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CivilComp Proceedings
ISSN 17593433 CCP: 88
PROCEEDINGS OF THE NINTH INTERNATIONAL CONFERENCE ON COMPUTATIONAL STRUCTURES TECHNOLOGY Edited by: B.H.V. Topping and M. Papadrakakis
Paper 181
Solving the Dynamic Reliability Equations of the Theory of Stimulated Dynamics I. Cañamón^{1} and J.M. Izquierdo^{2}
^{1}Department of Civil Engineering: Transport Infrastructure, Technical School of Civil Engineering, Technical University of Madrid (UPM), Spain
, "Solving the Dynamic Reliability Equations of the Theory of Stimulated Dynamics", in B.H.V. Topping, M. Papadrakakis, (Editors), "Proceedings of the Ninth International Conference on Computational Structures Technology", CivilComp Press, Stirlingshire, UK, Paper 181, 2008. doi:10.4203/ccp.88.181
Keywords: dynamic reliability, theory of stimulated dynamics, probabilistic safety analysis, exceedance frequency, Monte Carlo.
Summary
This paper presents an algorithm that solves the dynamic reliability theory of
stimulated dynamics (TSD) integral equations in order to compute the exceedance
frequency of a given accident sequence in a facility. The algorithm is then applied to a
benchmark example and provides numerical results obtained from the TSD
methodology.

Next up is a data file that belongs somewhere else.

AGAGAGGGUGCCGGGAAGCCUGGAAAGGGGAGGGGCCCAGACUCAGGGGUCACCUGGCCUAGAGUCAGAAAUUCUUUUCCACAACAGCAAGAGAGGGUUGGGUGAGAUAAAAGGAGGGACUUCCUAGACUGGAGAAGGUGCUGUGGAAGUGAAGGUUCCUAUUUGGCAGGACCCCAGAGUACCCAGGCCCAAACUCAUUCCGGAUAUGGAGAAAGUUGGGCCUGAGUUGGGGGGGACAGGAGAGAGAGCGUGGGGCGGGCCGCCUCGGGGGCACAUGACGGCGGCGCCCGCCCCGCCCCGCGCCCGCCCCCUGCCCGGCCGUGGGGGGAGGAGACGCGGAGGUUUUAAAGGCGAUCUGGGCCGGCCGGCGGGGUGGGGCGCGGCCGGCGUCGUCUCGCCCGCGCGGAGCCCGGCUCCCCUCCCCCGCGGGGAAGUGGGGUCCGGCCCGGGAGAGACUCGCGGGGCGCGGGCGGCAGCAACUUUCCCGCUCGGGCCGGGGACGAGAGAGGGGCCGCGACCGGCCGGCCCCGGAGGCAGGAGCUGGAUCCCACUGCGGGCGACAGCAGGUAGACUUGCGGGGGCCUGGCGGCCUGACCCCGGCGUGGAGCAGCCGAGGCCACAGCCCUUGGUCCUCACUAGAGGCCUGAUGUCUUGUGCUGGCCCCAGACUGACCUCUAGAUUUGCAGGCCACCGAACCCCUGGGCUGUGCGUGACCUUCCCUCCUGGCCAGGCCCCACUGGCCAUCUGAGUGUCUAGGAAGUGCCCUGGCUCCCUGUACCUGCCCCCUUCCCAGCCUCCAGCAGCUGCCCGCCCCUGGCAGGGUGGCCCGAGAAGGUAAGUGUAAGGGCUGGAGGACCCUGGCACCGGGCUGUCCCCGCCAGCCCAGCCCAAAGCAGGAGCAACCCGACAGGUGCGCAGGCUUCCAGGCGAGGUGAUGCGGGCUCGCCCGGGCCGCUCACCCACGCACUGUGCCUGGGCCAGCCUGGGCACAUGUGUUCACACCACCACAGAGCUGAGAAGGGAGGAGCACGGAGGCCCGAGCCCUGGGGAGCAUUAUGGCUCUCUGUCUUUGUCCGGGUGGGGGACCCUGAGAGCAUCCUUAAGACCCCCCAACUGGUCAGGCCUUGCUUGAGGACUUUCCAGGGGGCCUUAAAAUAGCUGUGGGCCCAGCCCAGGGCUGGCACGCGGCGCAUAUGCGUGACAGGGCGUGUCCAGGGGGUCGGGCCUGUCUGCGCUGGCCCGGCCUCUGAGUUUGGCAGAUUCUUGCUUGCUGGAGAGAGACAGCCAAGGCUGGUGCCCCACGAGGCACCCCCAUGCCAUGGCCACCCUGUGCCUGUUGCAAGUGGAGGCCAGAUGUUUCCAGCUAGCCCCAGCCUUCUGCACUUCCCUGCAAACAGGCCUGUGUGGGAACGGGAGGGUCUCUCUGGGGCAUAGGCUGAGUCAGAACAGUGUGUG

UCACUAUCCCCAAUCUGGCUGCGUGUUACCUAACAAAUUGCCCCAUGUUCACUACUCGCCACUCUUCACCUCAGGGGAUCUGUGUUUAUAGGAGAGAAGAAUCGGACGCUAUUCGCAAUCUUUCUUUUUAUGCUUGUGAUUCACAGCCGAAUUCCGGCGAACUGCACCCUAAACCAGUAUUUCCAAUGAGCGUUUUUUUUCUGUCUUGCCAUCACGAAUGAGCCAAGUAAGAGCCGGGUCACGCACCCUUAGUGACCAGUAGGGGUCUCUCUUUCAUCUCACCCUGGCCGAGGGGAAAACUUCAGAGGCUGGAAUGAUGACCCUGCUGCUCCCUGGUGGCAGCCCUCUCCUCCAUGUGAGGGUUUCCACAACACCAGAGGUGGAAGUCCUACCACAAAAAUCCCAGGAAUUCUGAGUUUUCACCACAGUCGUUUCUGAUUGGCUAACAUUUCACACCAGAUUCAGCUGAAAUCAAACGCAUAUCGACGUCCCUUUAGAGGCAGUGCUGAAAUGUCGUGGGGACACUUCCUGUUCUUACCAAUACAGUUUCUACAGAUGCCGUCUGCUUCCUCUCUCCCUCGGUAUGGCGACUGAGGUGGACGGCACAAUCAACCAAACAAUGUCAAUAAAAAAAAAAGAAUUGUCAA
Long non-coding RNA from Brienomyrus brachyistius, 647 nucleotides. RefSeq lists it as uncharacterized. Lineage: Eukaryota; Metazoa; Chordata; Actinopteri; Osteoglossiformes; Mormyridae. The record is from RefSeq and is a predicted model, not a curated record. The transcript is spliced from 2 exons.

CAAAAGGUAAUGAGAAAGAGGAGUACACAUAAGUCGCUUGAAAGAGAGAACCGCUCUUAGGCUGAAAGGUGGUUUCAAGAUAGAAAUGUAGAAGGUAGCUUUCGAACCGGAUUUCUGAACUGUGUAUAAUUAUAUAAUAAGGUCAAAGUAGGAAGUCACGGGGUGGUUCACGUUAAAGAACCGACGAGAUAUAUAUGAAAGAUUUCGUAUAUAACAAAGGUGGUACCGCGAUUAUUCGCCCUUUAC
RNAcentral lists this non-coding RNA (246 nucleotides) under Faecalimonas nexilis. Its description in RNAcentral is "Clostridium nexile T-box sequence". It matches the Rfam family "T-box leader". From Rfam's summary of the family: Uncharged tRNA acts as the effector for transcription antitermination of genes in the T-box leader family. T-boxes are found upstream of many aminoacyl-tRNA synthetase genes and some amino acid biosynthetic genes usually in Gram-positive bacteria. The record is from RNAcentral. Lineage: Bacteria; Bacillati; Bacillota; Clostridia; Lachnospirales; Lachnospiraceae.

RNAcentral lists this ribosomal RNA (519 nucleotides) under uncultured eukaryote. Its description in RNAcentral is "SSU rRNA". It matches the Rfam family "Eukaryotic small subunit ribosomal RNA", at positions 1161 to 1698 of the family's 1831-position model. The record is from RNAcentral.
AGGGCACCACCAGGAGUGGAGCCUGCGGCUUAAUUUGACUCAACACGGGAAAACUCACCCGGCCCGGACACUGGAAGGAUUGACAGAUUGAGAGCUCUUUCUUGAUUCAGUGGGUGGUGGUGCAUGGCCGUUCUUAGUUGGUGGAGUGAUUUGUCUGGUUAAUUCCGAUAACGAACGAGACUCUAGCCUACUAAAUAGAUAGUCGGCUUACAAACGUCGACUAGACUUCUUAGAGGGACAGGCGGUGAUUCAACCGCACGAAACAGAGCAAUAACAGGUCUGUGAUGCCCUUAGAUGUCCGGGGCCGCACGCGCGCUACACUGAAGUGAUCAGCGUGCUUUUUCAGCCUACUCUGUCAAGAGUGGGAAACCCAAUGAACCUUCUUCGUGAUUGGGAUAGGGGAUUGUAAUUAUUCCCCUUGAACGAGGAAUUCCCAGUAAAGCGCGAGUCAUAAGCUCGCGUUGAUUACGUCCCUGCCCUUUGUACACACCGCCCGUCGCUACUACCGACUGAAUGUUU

The safety of a facility can be defined as the limitation in magnitude and frequency of the damage that the facility can potentially generate. Damage is any undesired consequence of the operation of the facility. The appropriate magnitude to characterize the plant safety is the expected frequency of generation of some amount of damage or a larger one, called the exceedance frequency of that damage. Classical probabilistic safety assessment (PSA) techniques for the exceedance frequency computation make use of event trees (ET) and fault trees (FT) as probabilistic tools. However, the protection actions or stochastic phenomena are naturally linked to the dynamic evolution of the accident progression, links that classical PSA does not reflect explicitly. The stimulusdriven theory of probabilistic dynamics (SDTPD) [1] tries to better link the dynamic variables of an accident sequence to the computation of the damage exceedance frequency, introducing the concept of stimuli. A socalled stimulus is either an order for action (often given by an electronic device or corresponding to an operator diagnosis), or the fulfillment of conditions triggering a stochastic phenomenon. Humandriven actions or stochastic phenomena, may occur with given stochastic delays after the activation of the corresponding stimulus, and are therefore susceptible to stochastic sampling within the sequence set of soyourn time duration intervals in each of the header states representing a sequence. Therefore, the combination of a sequence of events in the sense of the PSA and a vector of occurrence times for each of those dynamic events constitutes a socalled path, and all the possible combinations of times provide all the paths belonging to the same sequence, leading to the "path and sequences" version of the SDTPD [1]. The dynamic reliability integral equations of the exceedance frequency may be further restricted by limiting the stimuli activation probability density function to just the times at crossing specified regions partitioning the process variables multidimensional domain. This restriction in the possible type of stimuli yields to strong additional simplification of the path and sequence SDTPD equations, called here the ingoing density TSD equations, that are now numerically tractable leading to the associated TSD methodology. Essential in the TSD method is the selection of a specific integration algorithm that is able to both search the damage domain (paths leading to damage) within the sequence sampling domain and integrate the ingoing frequency density inside this domain. The way we perform the sampling strategy and the accurate computation of the incremental volume associated to each path are key points for an accurate exceedance frequency computation. The article describes the algorithm designed to perform these computations and solve the integral equations, and presents the results obtained from the application to a particular example of accident progression. References
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